What is Chronic Fatigue Syndrome? | CFS Health

M.E/Chronic Fatigue Syndrome is very different from every day fatigue. When a person is experiencing normal fatigue they will feel worn out, drained and tired. But this eventually goes away with rest.

Myalgic encephalomyelitis (ME), also known as chronic fatigue syndrome (CFS), is an illness that affects a person’s nervous system (commonly called a ‘neurological illness’).  

The term ‘myalgic encephalomyelitis’ means pain in the muscles, and inflammation in the brain and spinal cord. ME/CFS is a complex illness and we do not know the cause. For some people, the condition may be triggered suddenly by a viral infection, toxic exposure, anaesthetic, immunisation, gastroenteritis or trauma. In other people, ME/CFS may develop slowly over months or years.

Chronic Fatigue Syndrome is stronger and lasts for much longer and cannot be cured by simply getting more sleep and resting up. Chronic Fatigue Syndrome leaves its sufferers exhausted after even the smallest activities. Even walking around the block may be enough to make a chronic fatigue patient bedridden. Often people with chronic fatigue were once fit and active. So finding even small tasks so draining becomes frustrating and aggravating and often makes the person feel helpless and depressed.

It differs from normal fatigue in two fundamental areas: severity and time. It is more severe in that it actually disables the sufferer and it is more prolonged in that it lasts for more than 6 months, often in many cases, years on end if they don’t get on top of their health.

Chronic fatigue is an unusual disease and one that doctors do not yet fully understand. Symptoms, causes and recovery processes often differ from person to person, however there are some stable facts and consistent experiences for most, if not all, suffers.

Definition and Symptoms of CFS (Chronic Fatigue Syndrome)

In 1994, a panel created by the US Centers for Disease Control and Prevention (CDC) came up with a definition for Chronic Fatigue Syndrome, which has since become widely accepted as the basic model for diagnosing the disorder.

According to them the main feature of Chronic Fatigue Syndrome is constant and reoccurring fatigue, which displays the following features:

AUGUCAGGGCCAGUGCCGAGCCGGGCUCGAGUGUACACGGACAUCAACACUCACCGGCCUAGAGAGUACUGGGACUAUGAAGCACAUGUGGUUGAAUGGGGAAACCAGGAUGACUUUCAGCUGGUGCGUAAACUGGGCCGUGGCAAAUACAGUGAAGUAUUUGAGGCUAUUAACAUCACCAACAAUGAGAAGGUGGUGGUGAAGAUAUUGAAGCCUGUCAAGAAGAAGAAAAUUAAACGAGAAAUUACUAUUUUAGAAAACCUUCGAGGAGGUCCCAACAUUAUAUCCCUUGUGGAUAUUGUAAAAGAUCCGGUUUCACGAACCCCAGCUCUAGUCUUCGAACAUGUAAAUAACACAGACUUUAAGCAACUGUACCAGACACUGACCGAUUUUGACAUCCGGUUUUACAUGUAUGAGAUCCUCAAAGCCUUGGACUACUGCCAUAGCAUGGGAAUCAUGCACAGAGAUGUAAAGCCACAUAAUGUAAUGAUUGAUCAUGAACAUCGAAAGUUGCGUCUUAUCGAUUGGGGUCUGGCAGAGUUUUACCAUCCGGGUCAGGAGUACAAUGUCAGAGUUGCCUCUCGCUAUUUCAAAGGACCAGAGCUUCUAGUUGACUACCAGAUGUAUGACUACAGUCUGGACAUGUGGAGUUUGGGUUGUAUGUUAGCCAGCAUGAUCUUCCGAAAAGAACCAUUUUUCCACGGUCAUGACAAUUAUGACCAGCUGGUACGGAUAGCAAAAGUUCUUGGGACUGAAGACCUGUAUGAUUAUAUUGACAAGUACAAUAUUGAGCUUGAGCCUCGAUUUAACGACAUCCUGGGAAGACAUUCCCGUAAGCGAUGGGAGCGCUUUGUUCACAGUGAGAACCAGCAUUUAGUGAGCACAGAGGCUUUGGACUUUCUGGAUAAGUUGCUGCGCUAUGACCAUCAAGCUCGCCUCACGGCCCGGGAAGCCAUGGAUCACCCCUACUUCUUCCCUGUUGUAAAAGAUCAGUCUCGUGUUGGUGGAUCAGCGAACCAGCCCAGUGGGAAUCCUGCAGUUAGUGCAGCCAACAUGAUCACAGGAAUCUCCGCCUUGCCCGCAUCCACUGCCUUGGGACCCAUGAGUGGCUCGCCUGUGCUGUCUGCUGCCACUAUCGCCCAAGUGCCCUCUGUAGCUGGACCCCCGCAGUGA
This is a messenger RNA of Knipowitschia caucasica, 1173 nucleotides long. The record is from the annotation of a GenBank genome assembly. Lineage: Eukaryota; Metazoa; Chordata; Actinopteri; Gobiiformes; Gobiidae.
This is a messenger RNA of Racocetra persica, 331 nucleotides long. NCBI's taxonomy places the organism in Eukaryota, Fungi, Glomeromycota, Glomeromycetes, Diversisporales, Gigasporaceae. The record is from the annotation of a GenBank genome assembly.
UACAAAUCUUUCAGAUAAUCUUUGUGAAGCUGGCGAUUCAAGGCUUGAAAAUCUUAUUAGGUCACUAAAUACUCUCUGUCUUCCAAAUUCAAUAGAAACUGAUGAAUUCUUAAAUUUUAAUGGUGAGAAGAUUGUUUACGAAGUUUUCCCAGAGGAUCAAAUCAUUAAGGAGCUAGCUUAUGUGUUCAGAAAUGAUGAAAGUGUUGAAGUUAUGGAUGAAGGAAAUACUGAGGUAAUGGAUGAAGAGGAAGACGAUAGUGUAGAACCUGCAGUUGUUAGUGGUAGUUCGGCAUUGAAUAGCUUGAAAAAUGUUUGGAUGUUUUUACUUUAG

• Lasts for 6 months or more
  • Is not caused and accompanied by another medical condition
  • Is not due to continuous exertion
  • Is not relieved by rest
  • Disrupts the patients normal life and stops them from functioning

On top of feeling overwhelming fatigue and tiredness the CDC decided that the patient must also present at least four of the following symptoms for four months or longer:

  • Sore throat
  • Bad memory
  • Difficulty concentrating
  • Sore lymph nodes in the neck or under the arms
  • Muscle aches and pain (medically called myalgia)
  • Joint pain (medically called arthralgia)
  • Inability to get refreshing sleep
  • Headaches
  • Feeling of bodily discomfort (medically called malaise) after exertion. Also known as post exertion malaise.

Other symptoms include:

  • Brain fog
  • Irritability
  • Dizziness
  • Disrupted sleep patterns
  • Sore eyes
  • Muscle spasms
  • Muscular pain and aches
  • Sore throat
  • Tender lymph nodes
  • Flu like symptoms
  • Insomnia
  • Anxiety
  • Depression
  • De-conditioned muscle
  • Nausea
  • Diarrhoea
  • Constipation
  • Lack of appetite
  • Weight loss
  • Weight gain
  • Inability to adapt to weather/temperature changes
  • Sensitivity around food, smell, light, sound and medication.
  • And many more

 Causes of CFS

Scientists and doctors are still unsure of what actually causes CFS. The CDC suggests that it is likely that CFS has multiple triggers some of which include:

  • Infections
  • Immune dysfunction
  • Very low blood pressure which can cause fainting
  • A deficiency of nutrients
  • Physical and Emotional Stress which targets the HPA axis in the brain; the
  • axis where the hypothalamus, pituitary and adrenal glands interact.

 Diagnosis of CFS

Because there is no medical way to actually diagnose CFS, no brain scan or blood test of any other type of lab test, it is a diagnosis that can only be made once every other possible illness has been ruled out.

Because there is no medical way to actually diagnose CFS, no brain scan or blood test of any other type of lab test, it is a diagnosis that can only be made once every other possible illness has been ruled out. Because of this the doctor must take an extremely detailed patient history and conduct a thorough physical and mental health exam. After this a series of lab tests must be done to rule out any other possible causes of the symptoms the patient is displaying. Then, if the patient displays 4 of the 8 symptoms of CFS, they should be diagnosed and treated for Chronic Fatigue Syndrome. Make sure you consult your local GP and look for a specialist who has a good understanding of M.E/CFS for initial diagnosis.

 Managing CFS

Managing Chronic Fatigue is as complicated and hard to understand as the disease itself. There is no miracle cure, no drug, and no overnight quick fix.

Having experienced chronic fatigue syndrome and over coming it we know that it is possible for patients to regain control of their health and feel better! Managing and dealing with chronic fatigue syndrome can be a slow process which requires patience and commitment. Working on the five health aspects of sleep, nutrition, restorative movement exercise, mindset and stress and anxiety management and retraining the body and brain to work at a more functional level can improve ones quality of life and can have a positive effect on your overall health and wellbeing.